I say in describing a character it’s best to be as bare bones about the physical description as possible. Let the reader – and the casting agent for the movie (keep dreaming) – color in the details.

  18. I am still reeling from Lucille Ball and Groucho Marx in Gone with the Wind! I am waiting with trepidation for the Hunger Games movie as I loved the books so much I fear they will be ruined – but so far the casting seems pretty spot on to me. It really is a crap shoot when it comes to Hollywood – in more ways than one!

  19. And now it’s time for “Basil’s Very Little Known ‘Facts’ “

    The Magnificent Seven: The script for the famous western was based on Akira Kurosawa’s Seven Samurai. In the initial readings the intention was not to make it a real “Western” per se, but more of a musical comedy along the lines of Oklahoma meets Abbot & Costello in the days of Blade Runner (yes, Blade Runner had not yet been written, but the ideas were there nonetheless). The original casting included Bud Abbot in the part of the samurai leader Shimada, Lou Costello as the young untested warrior Okamoto, Larry Fine as Katayama the skilled archer, Lee Marvin as the tough Kyzo, Curly Howard as Hayadashi the comedic warrior, Jonathan Winters as the lieutenant Shiroji, and Milton Berle as the counterfeit samurai with the heart of a warrior Kikuchiyo.

    It all fell apart early on when Abbot refused to get a samurai top knot haircut and kept insisting on putting his arms around the pretty girls. Costello got jealous and tried to prove his manhood by learning to use his katana sword for real. Several very expensive set pieces were destroyed before his midnight practice sessions were halted. Add to that Moe Howard’s frustration at not being offered a part with his former stooges (Larry had actually specially requested that Moe be left out to give his hair and nose a break from the regular season abuse, something which Moe did not learn until much later in life and to which he responded by saying, “Why I oughta…”). Curly actually felt very much at home in Samurai garb and started to philosophize to no end about how he had probably been one in a former life, and had ruled a vast portion of ancient Japan, and how the word ‘Nyuk’ can actually be found in historical texts of the Japanese language.

    Jonathan Winters at first started off playing his part very well. So well as a matter of fact that he was very nearly at the point of being typecast as the tough albeit slightly chubby hired gun in future westerns. Such aspirations were shot down though, literally when upon seeing an ethnically-Japanese crew member he thought he recognized from WW2 the former Marine had a violent flashback and nearly beheaded the man with a prop sword prompting a security guard to shoot him with a prop gun causing him to suddenly collapse into a sobbing heap then start emulating an alien invasion using only two chopsticks, a Japanese fan, and bowl of noodles. Between those antics and Milton Berle’s constant arrival on set dressed as a Geisha instead of a Samurai Lee Marvin (also a former Marine) finally just quit the whole show and stormed off muttering something about “I may have survived getting my ass shot off in Saipan, but there’s no way in hell I’ll survive these morons!”.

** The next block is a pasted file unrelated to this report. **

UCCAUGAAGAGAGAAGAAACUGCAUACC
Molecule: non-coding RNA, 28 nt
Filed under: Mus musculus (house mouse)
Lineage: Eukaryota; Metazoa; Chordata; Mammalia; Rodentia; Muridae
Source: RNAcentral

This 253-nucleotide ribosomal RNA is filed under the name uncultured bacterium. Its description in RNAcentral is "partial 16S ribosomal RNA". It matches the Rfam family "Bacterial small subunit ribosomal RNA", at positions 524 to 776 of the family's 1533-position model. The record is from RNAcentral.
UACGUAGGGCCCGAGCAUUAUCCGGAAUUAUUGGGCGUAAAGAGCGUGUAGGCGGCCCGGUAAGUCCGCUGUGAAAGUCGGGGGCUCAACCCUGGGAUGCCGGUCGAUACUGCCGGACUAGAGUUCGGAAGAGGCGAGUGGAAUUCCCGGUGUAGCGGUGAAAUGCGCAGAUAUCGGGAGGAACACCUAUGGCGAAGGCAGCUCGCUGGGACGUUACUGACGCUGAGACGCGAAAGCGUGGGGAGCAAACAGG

So there you have it, what might have been had Hollywood had its way on casting that time.

  20. Seems to me, you just can’t get it right when casting for novels. Someone is always going to be torqued about something.

    Incidentally, in my stories the women are taller than the men, a reflection of a hollywood reality.

  21. I’m thinking they will need platform shoes for Tom (which could be quite fetching)…and one thing is for certain, the Rock should be banned from any movie! Basil, however, may have a career in casting…

  22. What great questions, Clare! I have to say, it took me a while to adjust to Tom Hanks in the Davinci Code, but he won me over. It’s late, so I can’t pull out too many more examples.

    I’ve had people ask me who I’d cast to play the parts of Sam, Rufus and Rosemary in Mythological Sam-The Call. It really got me thinking as to how readers really want to SEE the characters. Think about it. Casting actors to play your characters in a movie. WE ALL SHOULD HAVE THAT PROBLEM!

  23. Worst casting ever: Ben Affleck as Jack Ryan and Ben Affleck as Daredevil. Pretty much Ben Affleck in anything since Good Will Hunting.

    Tom Cruise has not done well in his last several movies and I’m not seeing him as Reacher. I like looking at him, but have found his acting painful in the last few years, ever since he lost his freaking mind . . .

  24. Since becoming a Lincoln Rhyme fan, I can’t help imagining any actor than Denzel Washington portray Lincoln. Lincoln is someone smart, eloquent, analytical, candid (very candid) and snappy; attributes of most characters Denzel has played on screen.

    Your observation is quite interesting Claire, that I see many people chiming in their two cents worth. I just hope that you have expounded it further and added examples.